We sang our program twice: in Doylestown, PA, on Saturday and in Bristol Chapel on campus on Sunday.  Such an incredible musical journey!  We tell the legend of “The Walled Up Woman” (Esenvalds) in reverse time, so the concert starts with her funeral and moves backward to her childhood.  We sing through her death, her acceptance of death, her marriage, her wedding, her youth.  It’s a powerful program, one that I think wouldn’t work if we sang the music any other way.

The Esenvalds piece has really grown on me.  It creeped me out when we first started working on it, but now I enjoy telling the story.  But now I feel badly for our whole audience who is hearing the piece for the first time (and possibly being freaked out by it). Matt says I’m very sensitive and that not very many people will react the way I did.  I hope that’s true.

I cried a lot during the performance.  Part of it, I’m sure, is the fact that I’m a young, married woman who unwittingly places herself into the storyline.  (Part of it is just the fact that I cry all the time.)  But it’s not my fault — this story is so emotional!  All the references to love make me think of my dear, dear husband and how precious our life together is.  Plus, one of our concert pieces was sung at our wedding, so you can pretty much expect some waterworks from me.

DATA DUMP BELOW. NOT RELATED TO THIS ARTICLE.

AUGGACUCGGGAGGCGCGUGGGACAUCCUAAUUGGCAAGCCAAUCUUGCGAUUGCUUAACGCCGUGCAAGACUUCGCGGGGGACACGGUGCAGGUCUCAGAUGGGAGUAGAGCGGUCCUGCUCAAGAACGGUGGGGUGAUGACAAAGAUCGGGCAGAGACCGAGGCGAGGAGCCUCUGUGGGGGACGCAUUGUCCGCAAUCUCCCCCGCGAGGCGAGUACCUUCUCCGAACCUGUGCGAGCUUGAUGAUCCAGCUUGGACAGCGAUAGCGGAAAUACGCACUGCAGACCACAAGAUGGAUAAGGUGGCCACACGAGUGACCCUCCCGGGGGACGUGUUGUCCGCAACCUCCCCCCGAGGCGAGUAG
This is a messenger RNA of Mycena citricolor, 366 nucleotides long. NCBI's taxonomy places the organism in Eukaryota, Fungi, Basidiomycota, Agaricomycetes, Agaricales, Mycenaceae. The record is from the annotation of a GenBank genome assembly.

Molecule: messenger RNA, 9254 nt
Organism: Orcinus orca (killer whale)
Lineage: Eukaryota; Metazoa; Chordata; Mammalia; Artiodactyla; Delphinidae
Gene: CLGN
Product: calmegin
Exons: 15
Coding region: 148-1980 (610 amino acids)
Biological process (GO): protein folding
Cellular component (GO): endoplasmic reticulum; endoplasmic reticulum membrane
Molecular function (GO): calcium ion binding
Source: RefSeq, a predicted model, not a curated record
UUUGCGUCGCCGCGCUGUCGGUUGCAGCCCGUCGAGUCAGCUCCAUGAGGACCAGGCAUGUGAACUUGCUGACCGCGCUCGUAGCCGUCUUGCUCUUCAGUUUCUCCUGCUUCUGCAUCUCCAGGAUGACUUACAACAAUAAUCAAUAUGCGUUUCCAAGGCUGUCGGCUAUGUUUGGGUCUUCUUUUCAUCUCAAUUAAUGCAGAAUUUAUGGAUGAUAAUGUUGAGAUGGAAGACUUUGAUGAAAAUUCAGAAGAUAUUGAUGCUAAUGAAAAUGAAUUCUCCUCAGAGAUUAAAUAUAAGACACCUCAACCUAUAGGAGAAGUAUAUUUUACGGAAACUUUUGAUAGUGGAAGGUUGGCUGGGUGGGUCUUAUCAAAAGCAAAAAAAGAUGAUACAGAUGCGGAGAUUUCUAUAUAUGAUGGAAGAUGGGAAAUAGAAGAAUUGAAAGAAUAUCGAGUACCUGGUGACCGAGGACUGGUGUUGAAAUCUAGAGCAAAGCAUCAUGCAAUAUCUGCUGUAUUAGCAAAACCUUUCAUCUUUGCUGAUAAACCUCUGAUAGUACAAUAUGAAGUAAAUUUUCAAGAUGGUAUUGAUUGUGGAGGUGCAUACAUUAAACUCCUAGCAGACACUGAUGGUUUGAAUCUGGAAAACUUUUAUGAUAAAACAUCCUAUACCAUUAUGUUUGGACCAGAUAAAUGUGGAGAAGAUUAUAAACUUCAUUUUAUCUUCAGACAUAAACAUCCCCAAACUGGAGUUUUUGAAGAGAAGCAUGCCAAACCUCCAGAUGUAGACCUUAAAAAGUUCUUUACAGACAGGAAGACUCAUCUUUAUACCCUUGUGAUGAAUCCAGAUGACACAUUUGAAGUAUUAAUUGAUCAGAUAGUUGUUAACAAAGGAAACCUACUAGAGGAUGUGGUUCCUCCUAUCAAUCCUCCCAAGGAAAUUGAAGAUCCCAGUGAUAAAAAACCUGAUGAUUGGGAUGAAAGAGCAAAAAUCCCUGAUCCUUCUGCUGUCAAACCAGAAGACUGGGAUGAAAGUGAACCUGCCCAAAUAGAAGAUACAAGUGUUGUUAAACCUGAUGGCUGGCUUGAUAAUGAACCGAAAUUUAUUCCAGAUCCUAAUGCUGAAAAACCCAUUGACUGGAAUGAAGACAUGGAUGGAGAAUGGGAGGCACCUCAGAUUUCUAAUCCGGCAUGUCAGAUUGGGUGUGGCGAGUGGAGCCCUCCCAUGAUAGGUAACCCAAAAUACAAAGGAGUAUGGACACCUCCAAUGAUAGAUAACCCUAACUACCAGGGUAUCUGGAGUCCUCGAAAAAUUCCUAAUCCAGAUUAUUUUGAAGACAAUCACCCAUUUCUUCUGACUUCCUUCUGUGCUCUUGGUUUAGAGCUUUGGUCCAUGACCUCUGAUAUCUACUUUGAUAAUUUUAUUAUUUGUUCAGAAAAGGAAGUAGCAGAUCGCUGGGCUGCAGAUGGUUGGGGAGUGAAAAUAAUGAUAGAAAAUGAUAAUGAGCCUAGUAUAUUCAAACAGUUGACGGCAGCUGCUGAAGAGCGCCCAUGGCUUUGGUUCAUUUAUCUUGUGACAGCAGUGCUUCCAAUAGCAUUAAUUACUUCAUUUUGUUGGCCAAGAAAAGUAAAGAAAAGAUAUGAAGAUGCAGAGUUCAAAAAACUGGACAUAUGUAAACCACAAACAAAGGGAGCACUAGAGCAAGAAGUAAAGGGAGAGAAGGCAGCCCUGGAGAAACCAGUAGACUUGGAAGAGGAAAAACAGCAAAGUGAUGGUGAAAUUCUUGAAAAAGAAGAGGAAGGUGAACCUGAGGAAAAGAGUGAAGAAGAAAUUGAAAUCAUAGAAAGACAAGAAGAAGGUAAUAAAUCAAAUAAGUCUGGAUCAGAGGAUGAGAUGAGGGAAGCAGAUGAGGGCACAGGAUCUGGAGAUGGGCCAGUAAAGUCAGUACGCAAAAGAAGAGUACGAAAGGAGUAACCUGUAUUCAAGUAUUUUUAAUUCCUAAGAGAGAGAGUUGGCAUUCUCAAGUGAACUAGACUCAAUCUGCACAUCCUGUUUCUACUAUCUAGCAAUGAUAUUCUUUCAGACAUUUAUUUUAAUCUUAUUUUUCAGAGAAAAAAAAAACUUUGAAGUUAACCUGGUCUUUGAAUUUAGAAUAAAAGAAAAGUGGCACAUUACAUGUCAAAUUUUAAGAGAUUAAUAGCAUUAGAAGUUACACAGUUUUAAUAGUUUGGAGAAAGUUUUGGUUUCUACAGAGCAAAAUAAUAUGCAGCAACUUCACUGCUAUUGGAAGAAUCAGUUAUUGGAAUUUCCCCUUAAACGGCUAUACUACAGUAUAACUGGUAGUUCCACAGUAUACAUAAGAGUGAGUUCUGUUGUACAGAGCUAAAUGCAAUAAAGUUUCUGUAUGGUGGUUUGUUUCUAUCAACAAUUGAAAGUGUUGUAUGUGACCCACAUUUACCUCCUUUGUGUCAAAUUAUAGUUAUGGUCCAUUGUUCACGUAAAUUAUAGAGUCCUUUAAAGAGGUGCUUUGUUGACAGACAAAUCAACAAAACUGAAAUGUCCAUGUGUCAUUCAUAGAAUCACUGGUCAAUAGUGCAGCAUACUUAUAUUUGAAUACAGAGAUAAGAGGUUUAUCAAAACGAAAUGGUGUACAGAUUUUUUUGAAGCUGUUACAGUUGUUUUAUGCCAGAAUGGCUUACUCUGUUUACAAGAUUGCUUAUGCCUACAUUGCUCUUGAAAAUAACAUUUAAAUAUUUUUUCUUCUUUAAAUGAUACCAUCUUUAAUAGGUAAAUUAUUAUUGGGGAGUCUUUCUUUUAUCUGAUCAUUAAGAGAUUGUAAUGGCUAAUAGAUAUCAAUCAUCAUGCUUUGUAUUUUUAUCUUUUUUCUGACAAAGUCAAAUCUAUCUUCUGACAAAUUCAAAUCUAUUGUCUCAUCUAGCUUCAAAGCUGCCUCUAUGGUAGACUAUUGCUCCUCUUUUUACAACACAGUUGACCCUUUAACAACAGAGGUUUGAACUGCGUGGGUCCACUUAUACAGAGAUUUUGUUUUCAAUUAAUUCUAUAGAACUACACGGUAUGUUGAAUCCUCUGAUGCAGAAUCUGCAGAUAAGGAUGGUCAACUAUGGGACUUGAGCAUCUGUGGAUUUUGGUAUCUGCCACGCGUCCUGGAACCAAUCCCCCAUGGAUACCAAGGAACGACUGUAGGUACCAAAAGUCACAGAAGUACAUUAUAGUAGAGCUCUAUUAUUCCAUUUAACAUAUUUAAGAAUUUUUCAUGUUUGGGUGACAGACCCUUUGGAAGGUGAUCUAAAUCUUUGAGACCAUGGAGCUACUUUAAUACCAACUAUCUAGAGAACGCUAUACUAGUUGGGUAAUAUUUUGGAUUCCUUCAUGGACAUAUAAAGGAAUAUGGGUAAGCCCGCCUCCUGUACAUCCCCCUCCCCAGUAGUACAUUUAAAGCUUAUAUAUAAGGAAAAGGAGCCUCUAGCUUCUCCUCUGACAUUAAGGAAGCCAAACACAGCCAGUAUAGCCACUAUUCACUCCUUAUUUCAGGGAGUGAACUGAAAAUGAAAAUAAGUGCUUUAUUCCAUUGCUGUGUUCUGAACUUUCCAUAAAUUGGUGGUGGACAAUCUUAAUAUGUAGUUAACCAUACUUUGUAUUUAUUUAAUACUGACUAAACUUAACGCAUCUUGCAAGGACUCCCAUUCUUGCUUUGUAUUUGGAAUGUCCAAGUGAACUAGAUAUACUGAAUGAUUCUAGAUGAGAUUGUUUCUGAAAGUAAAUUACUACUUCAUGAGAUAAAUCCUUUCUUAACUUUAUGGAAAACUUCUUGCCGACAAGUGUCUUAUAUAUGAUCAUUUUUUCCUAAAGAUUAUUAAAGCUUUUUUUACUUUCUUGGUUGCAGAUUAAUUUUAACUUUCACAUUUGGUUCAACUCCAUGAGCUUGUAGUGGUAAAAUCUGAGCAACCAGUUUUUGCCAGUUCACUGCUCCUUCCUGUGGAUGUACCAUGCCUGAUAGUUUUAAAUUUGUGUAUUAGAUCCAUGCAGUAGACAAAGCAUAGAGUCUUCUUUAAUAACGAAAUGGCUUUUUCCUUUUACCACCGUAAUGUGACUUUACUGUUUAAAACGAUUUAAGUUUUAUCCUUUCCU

We also sing a few pieces by Daniel Elder…shameless plug, we have a new CD out now!  Buy it here!

I am completely honored and humbled to sing in the Westminster Choir.  Every day in rehearsal I am surrounded by some of the finest student musicians on the planet, and we’re being taught by one of the greatest choral pedagogues of our time, and I think, “How did I get here?  Do they know they let me into this group?”

Sometimes in performance (and rehearsal, too) I’ll stop singing for a second just to listen, and I can’t believe that I’m a part of this ensemble and a part of the sound.  Especially when I hear just the altos singing, I can’t believe how pure, beautiful, and unified the sound is, and that I’m in it.  It’s unbelievable.

I am so blessed.  I pray that I will remember that always.